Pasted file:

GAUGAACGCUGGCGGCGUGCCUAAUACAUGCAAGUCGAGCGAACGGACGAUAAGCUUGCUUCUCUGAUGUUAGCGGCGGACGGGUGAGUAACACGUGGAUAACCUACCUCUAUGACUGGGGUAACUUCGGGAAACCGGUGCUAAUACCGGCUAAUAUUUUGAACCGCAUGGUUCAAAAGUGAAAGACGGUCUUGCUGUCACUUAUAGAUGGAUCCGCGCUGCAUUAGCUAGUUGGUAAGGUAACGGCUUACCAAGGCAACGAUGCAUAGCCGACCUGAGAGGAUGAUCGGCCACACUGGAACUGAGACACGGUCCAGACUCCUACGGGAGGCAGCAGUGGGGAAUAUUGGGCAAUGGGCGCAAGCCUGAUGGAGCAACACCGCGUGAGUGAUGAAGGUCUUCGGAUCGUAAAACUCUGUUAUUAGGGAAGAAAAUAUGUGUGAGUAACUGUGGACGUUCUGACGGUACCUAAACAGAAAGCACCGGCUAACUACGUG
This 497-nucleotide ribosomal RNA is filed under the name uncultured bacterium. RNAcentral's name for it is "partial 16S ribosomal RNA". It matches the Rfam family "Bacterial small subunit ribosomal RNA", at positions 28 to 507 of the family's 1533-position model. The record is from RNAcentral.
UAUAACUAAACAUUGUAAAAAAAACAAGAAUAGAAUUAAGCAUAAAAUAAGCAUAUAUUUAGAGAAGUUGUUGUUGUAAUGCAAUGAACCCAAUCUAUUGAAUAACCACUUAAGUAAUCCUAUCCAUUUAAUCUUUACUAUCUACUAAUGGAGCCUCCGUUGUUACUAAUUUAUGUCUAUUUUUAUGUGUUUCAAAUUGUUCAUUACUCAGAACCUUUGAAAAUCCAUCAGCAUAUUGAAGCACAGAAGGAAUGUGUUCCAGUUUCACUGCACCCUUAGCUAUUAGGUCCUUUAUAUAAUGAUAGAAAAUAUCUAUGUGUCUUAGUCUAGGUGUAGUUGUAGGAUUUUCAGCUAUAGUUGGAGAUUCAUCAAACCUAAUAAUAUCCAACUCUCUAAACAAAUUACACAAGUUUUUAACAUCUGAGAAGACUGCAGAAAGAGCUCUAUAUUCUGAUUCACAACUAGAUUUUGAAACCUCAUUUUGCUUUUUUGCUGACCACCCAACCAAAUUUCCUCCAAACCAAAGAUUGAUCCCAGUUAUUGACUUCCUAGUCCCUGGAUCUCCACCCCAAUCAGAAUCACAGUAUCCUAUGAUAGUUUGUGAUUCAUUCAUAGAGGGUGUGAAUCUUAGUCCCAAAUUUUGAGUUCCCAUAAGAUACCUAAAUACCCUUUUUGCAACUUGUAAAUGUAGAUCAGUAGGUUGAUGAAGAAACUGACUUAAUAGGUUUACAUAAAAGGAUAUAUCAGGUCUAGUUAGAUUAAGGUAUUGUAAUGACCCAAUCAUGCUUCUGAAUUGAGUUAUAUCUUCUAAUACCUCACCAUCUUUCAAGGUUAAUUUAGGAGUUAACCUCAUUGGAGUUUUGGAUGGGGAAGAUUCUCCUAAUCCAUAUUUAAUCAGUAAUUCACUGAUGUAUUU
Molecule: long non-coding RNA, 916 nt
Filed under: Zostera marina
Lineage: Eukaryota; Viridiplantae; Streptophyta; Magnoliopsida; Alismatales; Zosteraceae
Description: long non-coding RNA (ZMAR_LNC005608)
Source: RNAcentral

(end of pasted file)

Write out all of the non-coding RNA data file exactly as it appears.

GAUGAACGCUGGCGGCGUGCCUAAUACAUGCAAGUCGAGCGAACGGACGAUAAGCUUGCUUCUCUGAUGUUAGCGGCGGACGGGUGAGUAACACGUGGAUAACCUACCUCUAUGACUGGGGUAACUUCGGGAAACCGGUGCUAAUACCGGCUAAUAUUUUGAACCGCAUGGUUCAAAAGUGAAAGACGGUCUUGCUGUCACUUAUAGAUGGAUCCGCGCUGCAUUAGCUAGUUGGUAAGGUAACGGCUUACCAAGGCAACGAUGCAUAGCCGACCUGAGAGGAUGAUCGGCCACACUGGAACUGAGACACGGUCCAGACUCCUACGGGAGGCAGCAGUGGGGAAUAUUGGGCAAUGGGCGCAAGCCUGAUGGAGCAACACCGCGUGAGUGAUGAAGGUCUUCGGAUCGUAAAACUCUGUUAUUAGGGAAGAAAAUAUGUGUGAGUAACUGUGGACGUUCUGACGGUACCUAAACAGAAAGCACCGGCUAACUACGUG
This 497-nucleotide ribosomal RNA is filed under the name uncultured bacterium. RNAcentral's name for it is "partial 16S ribosomal RNA". It matches the Rfam family "Bacterial small subunit ribosomal RNA", at positions 28 to 507 of the family's 1533-position model. The record is from RNAcentral.
UAUAACUAAACAUUGUAAAAAAAACAAGAAUAGAAUUAAGCAUAAAAUAAGCAUAUAUUUAGAGAAGUUGUUGUUGUAAUGCAAUGAACCCAAUCUAUUGAAUAACCACUUAAGUAAUCCUAUCCAUUUAAUCUUUACUAUCUACUAAUGGAGCCUCCGUUGUUACUAAUUUAUGUCUAUUUUUAUGUGUUUCAAAUUGUUCAUUACUCAGAACCUUUGAAAAUCCAUCAGCAUAUUGAAGCACAGAAGGAAUGUGUUCCAGUUUCACUGCACCCUUAGCUAUUAGGUCCUUUAUAUAAUGAUAGAAAAUAUCUAUGUGUCUUAGUCUAGGUGUAGUUGUAGGAUUUUCAGCUAUAGUUGGAGAUUCAUCAAACCUAAUAAUAUCCAACUCUCUAAACAAAUUACACAAGUUUUUAACAUCUGAGAAGACUGCAGAAAGAGCUCUAUAUUCUGAUUCACAACUAGAUUUUGAAACCUCAUUUUGCUUUUUUGCUGACCACCCAACCAAAUUUCCUCCAAACCAAAGAUUGAUCCCAGUUAUUGACUUCCUAGUCCCUGGAUCUCCACCCCAAUCAGAAUCACAGUAUCCUAUGAUAGUUUGUGAUUCAUUCAUAGAGGGUGUGAAUCUUAGUCCCAAAUUUUGAGUUCCCAUAAGAUACCUAAAUACCCUUUUUGCAACUUGUAAAUGUAGAUCAGUAGGUUGAUGAAGAAACUGACUUAAUAGGUUUACAUAAAAGGAUAUAUCAGGUCUAGUUAGAUUAAGGUAUUGUAAUGACCCAAUCAUGCUUCUGAAUUGAGUUAUAUCUUCUAAUACCUCACCAUCUUUCAAGGUUAAUUUAGGAGUUAACCUCAUUGGAGUUUUGGAUGGGGAAGAUUCUCCUAAUCCAUAUUUAAUCAGUAAUUCACUGAUGUAUUU
Molecule: long non-coding RNA, 916 nt
Filed under: Zostera marina
Lineage: Eukaryota; Viridiplantae; Streptophyta; Magnoliopsida; Alismatales; Zosteraceae
Description: long non-coding RNA (ZMAR_LNC005608)
Source: RNAcentral